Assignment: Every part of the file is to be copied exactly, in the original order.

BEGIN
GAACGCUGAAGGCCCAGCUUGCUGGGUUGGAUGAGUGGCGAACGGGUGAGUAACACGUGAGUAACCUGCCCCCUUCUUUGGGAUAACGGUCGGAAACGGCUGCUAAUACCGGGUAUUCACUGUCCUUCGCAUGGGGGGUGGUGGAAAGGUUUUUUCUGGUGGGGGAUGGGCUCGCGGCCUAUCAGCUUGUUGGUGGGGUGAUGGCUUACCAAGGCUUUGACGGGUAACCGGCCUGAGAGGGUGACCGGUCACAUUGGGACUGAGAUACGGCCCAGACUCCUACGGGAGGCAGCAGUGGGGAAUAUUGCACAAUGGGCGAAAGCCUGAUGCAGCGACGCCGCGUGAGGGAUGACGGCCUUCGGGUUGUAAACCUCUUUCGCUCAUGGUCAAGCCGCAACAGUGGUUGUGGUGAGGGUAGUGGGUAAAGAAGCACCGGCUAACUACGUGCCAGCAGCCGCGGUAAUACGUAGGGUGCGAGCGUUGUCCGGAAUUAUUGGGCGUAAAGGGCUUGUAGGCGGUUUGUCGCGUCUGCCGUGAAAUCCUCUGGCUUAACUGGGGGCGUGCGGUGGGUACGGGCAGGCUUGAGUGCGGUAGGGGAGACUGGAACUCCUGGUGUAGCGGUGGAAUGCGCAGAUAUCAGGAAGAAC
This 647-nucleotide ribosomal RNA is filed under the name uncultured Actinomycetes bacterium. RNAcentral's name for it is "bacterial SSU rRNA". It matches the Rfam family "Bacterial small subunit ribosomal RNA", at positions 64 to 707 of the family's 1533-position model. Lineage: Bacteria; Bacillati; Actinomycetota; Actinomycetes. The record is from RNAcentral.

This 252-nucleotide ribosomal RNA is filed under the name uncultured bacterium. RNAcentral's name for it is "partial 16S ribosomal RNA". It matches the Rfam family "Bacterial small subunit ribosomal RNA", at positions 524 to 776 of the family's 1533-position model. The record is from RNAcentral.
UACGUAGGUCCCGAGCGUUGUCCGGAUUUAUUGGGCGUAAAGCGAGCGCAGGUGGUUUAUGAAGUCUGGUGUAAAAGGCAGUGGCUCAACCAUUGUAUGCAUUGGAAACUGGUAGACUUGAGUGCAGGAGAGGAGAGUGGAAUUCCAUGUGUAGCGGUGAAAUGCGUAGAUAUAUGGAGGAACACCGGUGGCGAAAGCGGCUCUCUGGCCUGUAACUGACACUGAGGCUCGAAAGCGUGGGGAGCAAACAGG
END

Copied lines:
GAACGCUGAAGGCCCAGCUUGCUGGGUUGGAUGAGUGGCGAACGGGUGAGUAACACGUGAGUAACCUGCCCCCUUCUUUGGGAUAACGGUCGGAAACGGCUGCUAAUACCGGGUAUUCACUGUCCUUCGCAUGGGGGGUGGUGGAAAGGUUUUUUCUGGUGGGGGAUGGGCUCGCGGCCUAUCAGCUUGUUGGUGGGGUGAUGGCUUACCAAGGCUUUGACGGGUAACCGGCCUGAGAGGGUGACCGGUCACAUUGGGACUGAGAUACGGCCCAGACUCCUACGGGAGGCAGCAGUGGGGAAUAUUGCACAAUGGGCGAAAGCCUGAUGCAGCGACGCCGCGUGAGGGAUGACGGCCUUCGGGUUGUAAACCUCUUUCGCUCAUGGUCAAGCCGCAACAGUGGUUGUGGUGAGGGUAGUGGGUAAAGAAGCACCGGCUAACUACGUGCCAGCAGCCGCGGUAAUACGUAGGGUGCGAGCGUUGUCCGGAAUUAUUGGGCGUAAAGGGCUUGUAGGCGGUUUGUCGCGUCUGCCGUGAAAUCCUCUGGCUUAACUGGGGGCGUGCGGUGGGUACGGGCAGGCUUGAGUGCGGUAGGGGAGACUGGAACUCCUGGUGUAGCGGUGGAAUGCGCAGAUAUCAGGAAGAAC
This 647-nucleotide ribosomal RNA is filed under the name uncultured Actinomycetes bacterium. RNAcentral's name for it is "bacterial SSU rRNA". It matches the Rfam family "Bacterial small subunit ribosomal RNA", at positions 64 to 707 of the family's 1533-position model. Lineage: Bacteria; Bacillati; Actinomycetota; Actinomycetes. The record is from RNAcentral.

This 252-nucleotide ribosomal RNA is filed under the name uncultured bacterium. RNAcentral's name for it is "partial 16S ribosomal RNA". It matches the Rfam family "Bacterial small subunit ribosomal RNA", at positions 524 to 776 of the family's 1533-position model. The record is from RNAcentral.
UACGUAGGUCCCGAGCGUUGUCCGGAUUUAUUGGGCGUAAAGCGAGCGCAGGUGGUUUAUGAAGUCUGGUGUAAAAGGCAGUGGCUCAACCAUUGUAUGCAUUGGAAACUGGUAGACUUGAGUGCAGGAGAGGAGAGUGGAAUUCCAUGUGUAGCGGUGAAAUGCGUAGAUAUAUGGAGGAACACCGGUGGCGAAAGCGGCUCUCUGGCCUGUAACUGACACUGAGGCUCGAAAGCGUGGGGAGCAAACAGG